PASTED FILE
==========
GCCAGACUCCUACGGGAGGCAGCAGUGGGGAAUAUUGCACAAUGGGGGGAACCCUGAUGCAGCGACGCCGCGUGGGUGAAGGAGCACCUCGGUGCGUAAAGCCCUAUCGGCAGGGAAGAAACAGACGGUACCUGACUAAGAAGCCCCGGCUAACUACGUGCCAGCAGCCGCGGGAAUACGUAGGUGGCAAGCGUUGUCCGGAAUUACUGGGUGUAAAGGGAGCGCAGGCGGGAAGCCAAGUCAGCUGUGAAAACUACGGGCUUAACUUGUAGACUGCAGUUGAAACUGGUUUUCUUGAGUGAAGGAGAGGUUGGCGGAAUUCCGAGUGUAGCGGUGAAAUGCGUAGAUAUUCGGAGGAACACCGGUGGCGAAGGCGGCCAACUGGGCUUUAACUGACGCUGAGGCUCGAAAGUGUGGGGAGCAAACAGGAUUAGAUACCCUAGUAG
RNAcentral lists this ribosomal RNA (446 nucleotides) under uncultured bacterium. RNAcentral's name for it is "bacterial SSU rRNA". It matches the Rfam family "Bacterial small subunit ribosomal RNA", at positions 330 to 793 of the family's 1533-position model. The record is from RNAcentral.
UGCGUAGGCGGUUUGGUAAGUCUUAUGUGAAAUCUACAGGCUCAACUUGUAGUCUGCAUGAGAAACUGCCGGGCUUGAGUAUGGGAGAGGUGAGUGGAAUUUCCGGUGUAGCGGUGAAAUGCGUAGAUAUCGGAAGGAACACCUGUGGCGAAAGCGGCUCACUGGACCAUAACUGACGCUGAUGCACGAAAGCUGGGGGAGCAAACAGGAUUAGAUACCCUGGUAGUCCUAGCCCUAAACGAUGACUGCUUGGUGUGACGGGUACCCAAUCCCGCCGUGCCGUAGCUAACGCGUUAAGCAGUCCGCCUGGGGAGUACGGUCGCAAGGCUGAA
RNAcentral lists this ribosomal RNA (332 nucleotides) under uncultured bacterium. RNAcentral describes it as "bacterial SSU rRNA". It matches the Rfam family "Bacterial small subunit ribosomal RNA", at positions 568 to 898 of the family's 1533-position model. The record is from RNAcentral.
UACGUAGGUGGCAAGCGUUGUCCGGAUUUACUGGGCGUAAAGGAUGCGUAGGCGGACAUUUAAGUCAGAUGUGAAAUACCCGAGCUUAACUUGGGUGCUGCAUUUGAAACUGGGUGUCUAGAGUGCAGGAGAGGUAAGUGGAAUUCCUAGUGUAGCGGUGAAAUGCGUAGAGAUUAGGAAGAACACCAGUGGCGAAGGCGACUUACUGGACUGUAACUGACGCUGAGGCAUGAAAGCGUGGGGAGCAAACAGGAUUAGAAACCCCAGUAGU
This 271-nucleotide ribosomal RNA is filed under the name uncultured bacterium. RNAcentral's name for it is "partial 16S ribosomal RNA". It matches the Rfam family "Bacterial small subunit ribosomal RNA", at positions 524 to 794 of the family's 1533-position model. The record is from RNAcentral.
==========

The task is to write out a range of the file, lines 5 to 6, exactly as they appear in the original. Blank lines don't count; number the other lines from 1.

UACGUAGGUGGCAAGCGUUGUCCGGAUUUACUGGGCGUAAAGGAUGCGUAGGCGGACAUUUAAGUCAGAUGUGAAAUACCCGAGCUUAACUUGGGUGCUGCAUUUGAAACUGGGUGUCUAGAGUGCAGGAGAGGUAAGUGGAAUUCCUAGUGUAGCGGUGAAAUGCGUAGAGAUUAGGAAGAACACCAGUGGCGAAGGCGACUUACUGGACUGUAACUGACGCUGAGGCAUGAAAGCGUGGGGAGCAAACAGGAUUAGAAACCCCAGUAGU
This 271-nucleotide ribosomal RNA is filed under the name uncultured bacterium. RNAcentral's name for it is "partial 16S ribosomal RNA". It matches the Rfam family "Bacterial small subunit ribosomal RNA", at positions 524 to 794 of the family's 1533-position model. The record is from RNAcentral.